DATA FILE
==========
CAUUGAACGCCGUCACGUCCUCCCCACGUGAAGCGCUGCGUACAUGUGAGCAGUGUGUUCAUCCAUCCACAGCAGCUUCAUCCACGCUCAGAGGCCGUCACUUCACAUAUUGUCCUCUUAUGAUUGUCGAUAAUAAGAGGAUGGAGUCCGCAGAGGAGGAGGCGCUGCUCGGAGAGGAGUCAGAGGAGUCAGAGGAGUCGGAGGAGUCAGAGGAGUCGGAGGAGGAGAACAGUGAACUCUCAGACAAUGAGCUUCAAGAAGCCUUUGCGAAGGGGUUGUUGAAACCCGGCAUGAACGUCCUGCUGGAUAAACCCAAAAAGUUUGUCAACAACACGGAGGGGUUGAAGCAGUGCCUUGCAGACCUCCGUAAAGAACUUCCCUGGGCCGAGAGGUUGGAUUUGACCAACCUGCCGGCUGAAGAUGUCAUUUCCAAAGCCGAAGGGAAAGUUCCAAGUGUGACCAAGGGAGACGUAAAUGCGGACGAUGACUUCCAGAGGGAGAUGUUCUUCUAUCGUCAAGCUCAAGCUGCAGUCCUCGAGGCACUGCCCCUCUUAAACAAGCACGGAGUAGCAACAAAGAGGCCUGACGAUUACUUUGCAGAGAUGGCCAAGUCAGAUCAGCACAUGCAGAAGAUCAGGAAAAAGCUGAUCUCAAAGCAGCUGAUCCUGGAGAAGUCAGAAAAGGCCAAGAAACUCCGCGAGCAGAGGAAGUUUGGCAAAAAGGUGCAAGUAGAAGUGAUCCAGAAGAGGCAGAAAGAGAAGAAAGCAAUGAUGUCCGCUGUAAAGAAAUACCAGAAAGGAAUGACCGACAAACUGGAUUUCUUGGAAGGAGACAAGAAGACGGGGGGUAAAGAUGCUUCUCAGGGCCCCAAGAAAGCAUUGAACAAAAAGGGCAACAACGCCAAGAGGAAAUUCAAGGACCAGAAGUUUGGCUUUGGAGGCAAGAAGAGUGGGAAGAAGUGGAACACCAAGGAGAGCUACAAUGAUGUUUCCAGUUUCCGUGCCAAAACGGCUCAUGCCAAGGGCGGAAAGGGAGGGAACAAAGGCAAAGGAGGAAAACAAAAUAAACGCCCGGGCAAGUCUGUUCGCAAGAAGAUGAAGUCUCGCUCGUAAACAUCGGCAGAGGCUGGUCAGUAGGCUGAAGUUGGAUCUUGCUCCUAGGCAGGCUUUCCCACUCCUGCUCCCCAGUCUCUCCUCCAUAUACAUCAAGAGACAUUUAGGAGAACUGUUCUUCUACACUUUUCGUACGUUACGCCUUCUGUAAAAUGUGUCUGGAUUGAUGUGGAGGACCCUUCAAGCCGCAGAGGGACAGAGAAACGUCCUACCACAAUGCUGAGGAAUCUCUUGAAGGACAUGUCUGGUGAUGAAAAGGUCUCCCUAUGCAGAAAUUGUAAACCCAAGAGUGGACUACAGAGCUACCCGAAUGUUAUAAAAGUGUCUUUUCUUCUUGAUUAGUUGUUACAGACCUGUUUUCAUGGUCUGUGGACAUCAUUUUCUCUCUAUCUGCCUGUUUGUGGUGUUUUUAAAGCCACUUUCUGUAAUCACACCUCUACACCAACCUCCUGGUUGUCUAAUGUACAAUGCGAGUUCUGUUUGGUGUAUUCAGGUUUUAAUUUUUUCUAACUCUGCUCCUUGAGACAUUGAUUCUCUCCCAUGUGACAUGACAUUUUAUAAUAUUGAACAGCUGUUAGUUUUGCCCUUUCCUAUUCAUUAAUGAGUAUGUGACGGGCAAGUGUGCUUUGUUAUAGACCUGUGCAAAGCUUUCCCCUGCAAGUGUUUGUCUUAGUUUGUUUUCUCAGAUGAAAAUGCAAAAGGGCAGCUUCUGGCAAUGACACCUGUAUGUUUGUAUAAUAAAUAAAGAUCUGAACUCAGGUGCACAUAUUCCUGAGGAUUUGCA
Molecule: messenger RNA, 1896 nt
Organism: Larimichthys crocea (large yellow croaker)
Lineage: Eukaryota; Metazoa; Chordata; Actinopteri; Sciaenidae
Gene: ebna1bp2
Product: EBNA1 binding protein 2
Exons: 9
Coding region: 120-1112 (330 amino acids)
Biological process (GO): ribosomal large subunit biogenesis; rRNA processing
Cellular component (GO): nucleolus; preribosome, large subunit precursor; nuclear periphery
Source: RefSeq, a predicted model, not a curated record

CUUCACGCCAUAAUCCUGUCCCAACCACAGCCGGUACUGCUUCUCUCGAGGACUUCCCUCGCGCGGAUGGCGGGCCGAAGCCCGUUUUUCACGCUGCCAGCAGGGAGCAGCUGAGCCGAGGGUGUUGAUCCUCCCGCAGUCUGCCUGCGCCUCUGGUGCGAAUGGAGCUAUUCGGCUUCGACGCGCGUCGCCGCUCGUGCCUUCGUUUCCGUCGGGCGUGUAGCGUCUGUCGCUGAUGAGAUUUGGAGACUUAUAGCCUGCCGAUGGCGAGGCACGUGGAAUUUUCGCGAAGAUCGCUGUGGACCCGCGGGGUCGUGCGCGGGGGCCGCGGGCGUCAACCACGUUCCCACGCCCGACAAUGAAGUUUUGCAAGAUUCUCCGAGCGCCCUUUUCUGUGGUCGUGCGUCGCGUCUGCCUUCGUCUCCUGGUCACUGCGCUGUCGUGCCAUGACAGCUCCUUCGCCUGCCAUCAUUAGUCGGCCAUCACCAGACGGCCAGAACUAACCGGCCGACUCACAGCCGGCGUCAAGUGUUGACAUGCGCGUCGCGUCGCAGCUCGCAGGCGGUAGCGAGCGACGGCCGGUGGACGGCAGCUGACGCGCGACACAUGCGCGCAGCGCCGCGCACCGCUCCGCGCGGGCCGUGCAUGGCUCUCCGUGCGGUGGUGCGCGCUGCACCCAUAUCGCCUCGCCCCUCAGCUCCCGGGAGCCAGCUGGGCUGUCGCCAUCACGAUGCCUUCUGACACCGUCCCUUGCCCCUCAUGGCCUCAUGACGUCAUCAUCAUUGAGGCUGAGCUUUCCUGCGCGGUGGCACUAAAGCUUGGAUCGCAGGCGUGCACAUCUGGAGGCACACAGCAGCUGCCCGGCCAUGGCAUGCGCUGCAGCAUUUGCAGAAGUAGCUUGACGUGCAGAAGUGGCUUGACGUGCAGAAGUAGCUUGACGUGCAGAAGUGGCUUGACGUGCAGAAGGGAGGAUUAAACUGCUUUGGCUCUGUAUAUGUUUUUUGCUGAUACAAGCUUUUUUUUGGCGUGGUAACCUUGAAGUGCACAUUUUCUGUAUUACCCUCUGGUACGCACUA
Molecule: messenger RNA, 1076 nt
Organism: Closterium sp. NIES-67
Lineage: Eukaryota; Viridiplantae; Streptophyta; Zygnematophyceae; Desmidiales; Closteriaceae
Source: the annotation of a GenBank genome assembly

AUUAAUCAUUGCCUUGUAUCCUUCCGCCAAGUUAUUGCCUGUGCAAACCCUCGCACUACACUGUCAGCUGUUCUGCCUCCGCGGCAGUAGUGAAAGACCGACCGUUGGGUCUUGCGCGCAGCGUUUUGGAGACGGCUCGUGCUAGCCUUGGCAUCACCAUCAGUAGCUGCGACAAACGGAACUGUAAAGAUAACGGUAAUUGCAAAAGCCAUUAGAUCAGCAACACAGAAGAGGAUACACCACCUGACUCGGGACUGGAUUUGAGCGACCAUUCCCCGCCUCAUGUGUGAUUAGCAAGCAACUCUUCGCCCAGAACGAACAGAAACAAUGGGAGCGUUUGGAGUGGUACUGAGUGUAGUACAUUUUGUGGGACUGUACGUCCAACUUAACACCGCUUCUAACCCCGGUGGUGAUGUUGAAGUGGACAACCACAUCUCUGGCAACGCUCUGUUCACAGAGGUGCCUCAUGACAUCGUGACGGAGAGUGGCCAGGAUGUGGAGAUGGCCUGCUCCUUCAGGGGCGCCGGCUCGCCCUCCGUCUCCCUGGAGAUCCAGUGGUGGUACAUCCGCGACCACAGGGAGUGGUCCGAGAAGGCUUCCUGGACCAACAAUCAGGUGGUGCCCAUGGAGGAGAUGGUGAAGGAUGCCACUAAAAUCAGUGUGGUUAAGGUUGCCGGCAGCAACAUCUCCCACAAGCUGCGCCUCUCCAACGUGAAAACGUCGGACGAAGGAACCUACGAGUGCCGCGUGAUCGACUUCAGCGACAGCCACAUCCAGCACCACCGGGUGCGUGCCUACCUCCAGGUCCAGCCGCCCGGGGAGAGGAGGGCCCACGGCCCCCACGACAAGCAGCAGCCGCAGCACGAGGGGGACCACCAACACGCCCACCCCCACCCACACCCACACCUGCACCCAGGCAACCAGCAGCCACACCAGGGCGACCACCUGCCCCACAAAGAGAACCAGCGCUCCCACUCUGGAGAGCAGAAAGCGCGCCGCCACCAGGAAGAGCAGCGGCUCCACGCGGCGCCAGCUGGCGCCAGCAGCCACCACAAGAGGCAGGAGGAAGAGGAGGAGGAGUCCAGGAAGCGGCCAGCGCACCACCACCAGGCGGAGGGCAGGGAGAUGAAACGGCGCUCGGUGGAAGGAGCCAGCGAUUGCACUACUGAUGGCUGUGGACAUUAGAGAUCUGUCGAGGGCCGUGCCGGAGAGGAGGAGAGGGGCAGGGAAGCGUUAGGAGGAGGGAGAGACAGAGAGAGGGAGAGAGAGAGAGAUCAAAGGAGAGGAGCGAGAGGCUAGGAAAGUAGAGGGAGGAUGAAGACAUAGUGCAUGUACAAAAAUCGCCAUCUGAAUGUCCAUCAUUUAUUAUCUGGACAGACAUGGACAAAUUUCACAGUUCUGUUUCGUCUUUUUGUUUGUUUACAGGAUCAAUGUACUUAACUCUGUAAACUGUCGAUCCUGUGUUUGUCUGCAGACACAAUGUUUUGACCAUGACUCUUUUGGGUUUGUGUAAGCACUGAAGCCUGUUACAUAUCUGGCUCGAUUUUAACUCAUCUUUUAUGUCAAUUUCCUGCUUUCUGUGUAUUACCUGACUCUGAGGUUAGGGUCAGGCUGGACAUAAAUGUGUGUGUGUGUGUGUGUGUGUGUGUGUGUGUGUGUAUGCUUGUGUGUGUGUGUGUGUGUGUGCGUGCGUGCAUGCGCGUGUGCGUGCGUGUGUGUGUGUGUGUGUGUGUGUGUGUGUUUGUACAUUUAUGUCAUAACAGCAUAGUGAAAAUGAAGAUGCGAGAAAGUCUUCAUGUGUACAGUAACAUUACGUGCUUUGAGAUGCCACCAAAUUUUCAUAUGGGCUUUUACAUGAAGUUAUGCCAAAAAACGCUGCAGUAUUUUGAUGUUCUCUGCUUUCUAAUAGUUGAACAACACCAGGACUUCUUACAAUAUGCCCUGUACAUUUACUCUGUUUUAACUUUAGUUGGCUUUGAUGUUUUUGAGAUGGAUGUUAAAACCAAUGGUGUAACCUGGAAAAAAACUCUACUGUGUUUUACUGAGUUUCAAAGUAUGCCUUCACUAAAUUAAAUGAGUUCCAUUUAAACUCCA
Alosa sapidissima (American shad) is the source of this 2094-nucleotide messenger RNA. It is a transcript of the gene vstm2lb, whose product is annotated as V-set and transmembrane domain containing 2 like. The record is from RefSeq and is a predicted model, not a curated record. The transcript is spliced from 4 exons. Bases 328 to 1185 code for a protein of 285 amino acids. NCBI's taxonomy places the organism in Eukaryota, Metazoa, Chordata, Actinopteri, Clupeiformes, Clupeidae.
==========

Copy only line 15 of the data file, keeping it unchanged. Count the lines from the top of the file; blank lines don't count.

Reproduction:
Lineage: Eukaryota; Viridiplantae; Streptophyta; Zygnematophyceae; Desmidiales; Closteriaceae